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Recap: The Obama administration's pipe dreams; Paul Ryan's blue-sky plan for the economy; and the problem of invisible subsidies.


Just one link today: Joe Klein's dispatch from his road trip to talk with voters in different states. Rings truer than just about anything else I've read on the election.

On a slightly different note, tonight marks the eve of Yom Kippur, the Jewish day of atonement. In theory, Jews spends this time contemplating the way they've lived over the past year, and seeking forgiveness from those we've wronged.

Blogging is a fast medium, and it lends itself to cheap shots and unnecessary attacks and ungenerous readings of the people who disagree with you. Like lots of people, I try to guard against doing much of that, but I'm sure I've fallen short many times this year. So to anyone I've wronged, or dealt with unfairly or ungenerously, I'm sorry.

By Ezra Klein  |  September 17, 2010; 6:30 PM ET
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"I try to guard against doing much of that, but I'm sure I've fallen short many times this year."

Actually, you do very little of that. Just because you're wrong, doesn't mean you're petty. :)

Posted by: bgmma50 | September 17, 2010 8:51 PM | Report abuse

That kind of blanket apology is worthless, and the Jewish service recognizes as much. You yourself must identify those you have wronged, if any, and you must know what the wrong was. I would say that "unnecessary attacks" and "ungenerous readings" are good descriptions of your dealings with the state of Israel.

Posted by: truck1 | September 17, 2010 10:31 PM | Report abuse

The comment by 'truck1' may be right, but any time Ezra you are ready to accept a possibility of you misreading others; you are a good blogger. So best wishes for your good work.

Posted by: umesh409 | September 17, 2010 11:27 PM | Report abuse

no recipe for honey cake?

Posted by: jkaren | September 18, 2010 2:18 AM | Report abuse

But, then again, your relations are not just with other writers and political actors, but with the larger world, which as a writer you are to document and whose improvement you are to advocate for; your work's fidelity to the truth is more important than whose work you read uncharitably or not. Don't drink too much of the Washington Post Bipartisan-Comity-Flavored Kool Aid.

Posted by: jacobh | September 18, 2010 7:28 AM | Report abuse

Your Yom Kippur sentiment was well intentioned and well said. Acknowledging that you do your best and sometimes fall short is better than most people ever do and is much appreciated from this corner.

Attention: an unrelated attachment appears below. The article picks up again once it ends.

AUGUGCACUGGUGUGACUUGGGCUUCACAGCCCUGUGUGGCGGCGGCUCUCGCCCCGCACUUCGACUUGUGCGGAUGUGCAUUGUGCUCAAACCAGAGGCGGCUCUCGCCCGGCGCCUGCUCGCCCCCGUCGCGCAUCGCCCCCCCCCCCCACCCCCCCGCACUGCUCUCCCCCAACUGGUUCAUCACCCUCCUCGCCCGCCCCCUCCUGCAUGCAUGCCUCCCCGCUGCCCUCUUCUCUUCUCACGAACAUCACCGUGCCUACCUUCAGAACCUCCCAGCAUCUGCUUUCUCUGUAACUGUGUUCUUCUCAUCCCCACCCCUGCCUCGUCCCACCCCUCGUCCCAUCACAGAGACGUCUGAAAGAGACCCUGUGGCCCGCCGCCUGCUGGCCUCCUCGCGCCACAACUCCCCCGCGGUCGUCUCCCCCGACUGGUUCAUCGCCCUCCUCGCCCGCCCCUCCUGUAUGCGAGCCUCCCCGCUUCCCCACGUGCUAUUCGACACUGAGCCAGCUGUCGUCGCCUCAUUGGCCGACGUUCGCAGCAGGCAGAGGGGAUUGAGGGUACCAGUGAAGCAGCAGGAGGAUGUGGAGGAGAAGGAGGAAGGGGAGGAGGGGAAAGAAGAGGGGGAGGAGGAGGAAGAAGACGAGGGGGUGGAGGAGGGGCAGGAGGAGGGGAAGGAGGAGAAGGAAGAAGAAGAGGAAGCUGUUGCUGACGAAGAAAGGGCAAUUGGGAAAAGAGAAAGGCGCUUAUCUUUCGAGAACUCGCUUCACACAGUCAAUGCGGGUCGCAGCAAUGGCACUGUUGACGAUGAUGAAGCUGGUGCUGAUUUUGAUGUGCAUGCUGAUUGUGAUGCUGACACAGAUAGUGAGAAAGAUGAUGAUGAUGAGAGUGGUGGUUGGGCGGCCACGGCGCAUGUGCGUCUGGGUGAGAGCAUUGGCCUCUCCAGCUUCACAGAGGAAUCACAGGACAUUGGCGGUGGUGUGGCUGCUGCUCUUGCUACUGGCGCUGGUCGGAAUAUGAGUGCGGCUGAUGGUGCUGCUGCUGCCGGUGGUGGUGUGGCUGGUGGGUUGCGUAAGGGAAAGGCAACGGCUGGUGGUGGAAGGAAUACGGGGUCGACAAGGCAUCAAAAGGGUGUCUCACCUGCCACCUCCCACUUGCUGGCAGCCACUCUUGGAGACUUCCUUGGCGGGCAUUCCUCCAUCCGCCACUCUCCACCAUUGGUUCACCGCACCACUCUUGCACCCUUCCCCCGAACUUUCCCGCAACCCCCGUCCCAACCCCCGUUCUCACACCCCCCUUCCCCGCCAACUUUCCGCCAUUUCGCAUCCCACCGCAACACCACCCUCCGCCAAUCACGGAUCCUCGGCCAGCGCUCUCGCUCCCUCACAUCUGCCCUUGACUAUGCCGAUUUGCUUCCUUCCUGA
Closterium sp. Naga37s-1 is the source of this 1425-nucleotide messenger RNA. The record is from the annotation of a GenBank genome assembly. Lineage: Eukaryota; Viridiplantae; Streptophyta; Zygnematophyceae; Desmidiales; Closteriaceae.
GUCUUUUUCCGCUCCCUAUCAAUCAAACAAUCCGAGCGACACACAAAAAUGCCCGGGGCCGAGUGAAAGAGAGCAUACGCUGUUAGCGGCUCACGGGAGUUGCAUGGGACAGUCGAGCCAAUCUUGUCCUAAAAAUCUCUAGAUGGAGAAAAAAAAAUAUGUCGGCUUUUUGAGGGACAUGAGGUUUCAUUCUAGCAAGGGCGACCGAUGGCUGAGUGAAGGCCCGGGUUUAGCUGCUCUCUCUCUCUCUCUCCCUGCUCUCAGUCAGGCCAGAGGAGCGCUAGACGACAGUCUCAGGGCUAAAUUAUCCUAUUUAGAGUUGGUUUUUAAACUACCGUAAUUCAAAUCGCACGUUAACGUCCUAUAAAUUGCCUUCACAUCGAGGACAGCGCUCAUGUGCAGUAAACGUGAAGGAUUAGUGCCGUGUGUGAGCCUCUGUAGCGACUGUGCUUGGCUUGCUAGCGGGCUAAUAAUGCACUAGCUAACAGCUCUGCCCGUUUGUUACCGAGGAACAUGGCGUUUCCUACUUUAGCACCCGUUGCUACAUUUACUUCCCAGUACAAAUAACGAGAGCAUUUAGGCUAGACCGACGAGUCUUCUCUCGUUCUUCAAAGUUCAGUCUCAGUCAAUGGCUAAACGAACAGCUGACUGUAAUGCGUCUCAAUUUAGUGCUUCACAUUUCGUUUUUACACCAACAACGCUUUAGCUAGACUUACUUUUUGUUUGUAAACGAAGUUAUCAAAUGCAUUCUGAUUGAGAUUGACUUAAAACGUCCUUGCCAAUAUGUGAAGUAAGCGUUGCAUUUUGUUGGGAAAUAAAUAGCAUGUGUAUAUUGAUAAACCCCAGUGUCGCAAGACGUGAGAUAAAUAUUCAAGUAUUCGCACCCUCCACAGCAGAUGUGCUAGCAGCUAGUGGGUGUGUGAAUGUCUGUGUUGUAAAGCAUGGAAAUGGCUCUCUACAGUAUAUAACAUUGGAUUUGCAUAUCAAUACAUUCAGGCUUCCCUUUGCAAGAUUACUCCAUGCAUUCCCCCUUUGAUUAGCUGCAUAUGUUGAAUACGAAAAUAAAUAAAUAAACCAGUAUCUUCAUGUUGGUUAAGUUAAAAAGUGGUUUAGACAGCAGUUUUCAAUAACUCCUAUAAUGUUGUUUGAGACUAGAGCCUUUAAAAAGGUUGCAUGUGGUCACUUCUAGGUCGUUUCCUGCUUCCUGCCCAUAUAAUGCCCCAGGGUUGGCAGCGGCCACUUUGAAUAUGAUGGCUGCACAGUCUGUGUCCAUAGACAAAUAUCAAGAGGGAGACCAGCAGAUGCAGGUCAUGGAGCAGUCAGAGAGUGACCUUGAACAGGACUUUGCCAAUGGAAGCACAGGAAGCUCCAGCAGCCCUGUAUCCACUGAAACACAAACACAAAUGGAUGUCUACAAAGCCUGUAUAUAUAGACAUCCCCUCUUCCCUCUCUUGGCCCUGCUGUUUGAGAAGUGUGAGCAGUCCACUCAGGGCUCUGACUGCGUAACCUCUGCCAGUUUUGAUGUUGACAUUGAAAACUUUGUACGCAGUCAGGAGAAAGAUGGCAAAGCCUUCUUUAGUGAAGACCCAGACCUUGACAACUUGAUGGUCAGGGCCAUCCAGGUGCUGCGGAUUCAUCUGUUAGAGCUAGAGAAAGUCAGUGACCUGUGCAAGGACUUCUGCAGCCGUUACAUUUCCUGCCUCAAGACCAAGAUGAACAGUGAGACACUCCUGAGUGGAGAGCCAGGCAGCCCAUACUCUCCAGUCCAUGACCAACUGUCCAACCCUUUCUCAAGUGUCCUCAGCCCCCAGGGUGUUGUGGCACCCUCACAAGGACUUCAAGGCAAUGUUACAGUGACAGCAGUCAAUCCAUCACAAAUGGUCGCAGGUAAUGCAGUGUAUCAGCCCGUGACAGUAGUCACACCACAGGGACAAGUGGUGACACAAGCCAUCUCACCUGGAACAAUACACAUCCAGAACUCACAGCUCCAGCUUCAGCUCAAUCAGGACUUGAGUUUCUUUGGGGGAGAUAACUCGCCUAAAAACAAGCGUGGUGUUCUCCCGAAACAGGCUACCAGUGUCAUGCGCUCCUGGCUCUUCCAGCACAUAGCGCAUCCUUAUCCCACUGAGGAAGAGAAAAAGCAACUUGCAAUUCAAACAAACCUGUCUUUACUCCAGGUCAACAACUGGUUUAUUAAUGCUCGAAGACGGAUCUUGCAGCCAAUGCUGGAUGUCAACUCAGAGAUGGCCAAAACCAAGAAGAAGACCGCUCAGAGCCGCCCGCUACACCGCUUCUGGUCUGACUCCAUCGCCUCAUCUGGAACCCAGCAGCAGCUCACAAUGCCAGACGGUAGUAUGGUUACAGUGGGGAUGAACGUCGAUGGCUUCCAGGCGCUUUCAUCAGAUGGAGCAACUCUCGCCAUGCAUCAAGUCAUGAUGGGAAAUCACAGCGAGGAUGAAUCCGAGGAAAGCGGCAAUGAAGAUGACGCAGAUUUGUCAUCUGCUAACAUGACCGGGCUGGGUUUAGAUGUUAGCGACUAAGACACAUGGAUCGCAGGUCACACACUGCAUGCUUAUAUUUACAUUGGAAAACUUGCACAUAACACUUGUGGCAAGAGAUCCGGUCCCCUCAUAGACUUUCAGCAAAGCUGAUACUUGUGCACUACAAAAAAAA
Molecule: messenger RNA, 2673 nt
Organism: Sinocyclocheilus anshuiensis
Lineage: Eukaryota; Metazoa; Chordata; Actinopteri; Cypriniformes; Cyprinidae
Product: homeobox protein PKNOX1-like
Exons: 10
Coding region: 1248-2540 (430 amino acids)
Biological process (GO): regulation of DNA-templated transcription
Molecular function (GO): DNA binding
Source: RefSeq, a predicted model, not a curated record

Have a peaceful holiday.

Posted by: punchaxverulam | September 18, 2010 7:54 AM | Report abuse

Indeed, punchaxverulam. Have a good holiday, Ezra.

Posted by: MosBen | September 18, 2010 10:36 AM | Report abuse

Well, in the first place, I don't think such broad statements meet any known standard for atonement. The whole idea is to identify specific behaviors which you would not commit again, and then --if it can be done without doing greater harm --attempt to make amends for the behavior.

In the second place, your recent recommendation of Megan McArdle articles needs a lot of atonement. Her facts are never correct, and she is incapable of pursuing a an elementary chain of logic from A to Z. In addition, she appears to have not even the most minimal understanding of the basic principles of economics.

I liked you a lot better before you went to work for Kaplan. I hope the money's good.

Posted by: tc125231 | September 18, 2010 11:08 AM | Report abuse

That is right. In the service wrongs done to God are distinguished from those done to other people. The service says that our general repentance and apology is enough for wrongs done to God, and for those, "this service atones." But, interestingly, the wrongs done to others require a higher standard of atonement. We have to see what we did, to whom, and attempt to make peace with that person. And don't we know this from our personal lives? It's never enough to say, IF I did anything that harmed, offended, etc., I'm sorry.

Posted by: truck1 | September 18, 2010 12:00 PM | Report abuse

" It's never enough to say, IF I did anything that harmed, offended, etc., I'm sorry."

"if," implies that we may have hurt someone, and not even have known that it occurred. there are many such wounds that we all inflict, and sometimes, never even know it.
and it is always enough to say we are sorry, if it is done with authenticity and sincerity, from our hearts.
there are people who, for whatever reason, we will never see again. perhaps we never even knew their names....and so all we can do, is to ask forgiveness, in any way that we can, if it is from the heart, then we can only hope that "the words of our mouth will be acceptable."
and finally, i think it will be Hash-m who will judge the sincerity of our heart confessions, and not those who stand in judgment of us."

Posted by: jkaren | September 18, 2010 1:31 PM | Report abuse

Didn't you create a group of like minded leftist that's primary goal was to destroy good men and women's reputations? To help elect a completely unvetted and unqualified man to be President? You have a lot to be sorry for. I don't except your apology.

Posted by: RayGun_1 | September 18, 2010 2:55 PM | Report abuse

PS: The fact that you still have a job at the WaPo only proves that the Journ-o-list is still alive.

Posted by: RayGun_1 | September 18, 2010 3:30 PM | Report abuse

Shana Tova and I hope you had an easy fast... which just ended.

Posted by: chrisgaun | September 18, 2010 10:27 PM | Report abuse


You used the word "except" incorrectly. You meant to use "accept."

Have a wonderful day!

Posted by: CarlosXL | September 19, 2010 10:28 AM | Report abuse

I'm sure Tim Russert feels better now.

Posted by: msoja | September 19, 2010 1:28 PM | Report abuse

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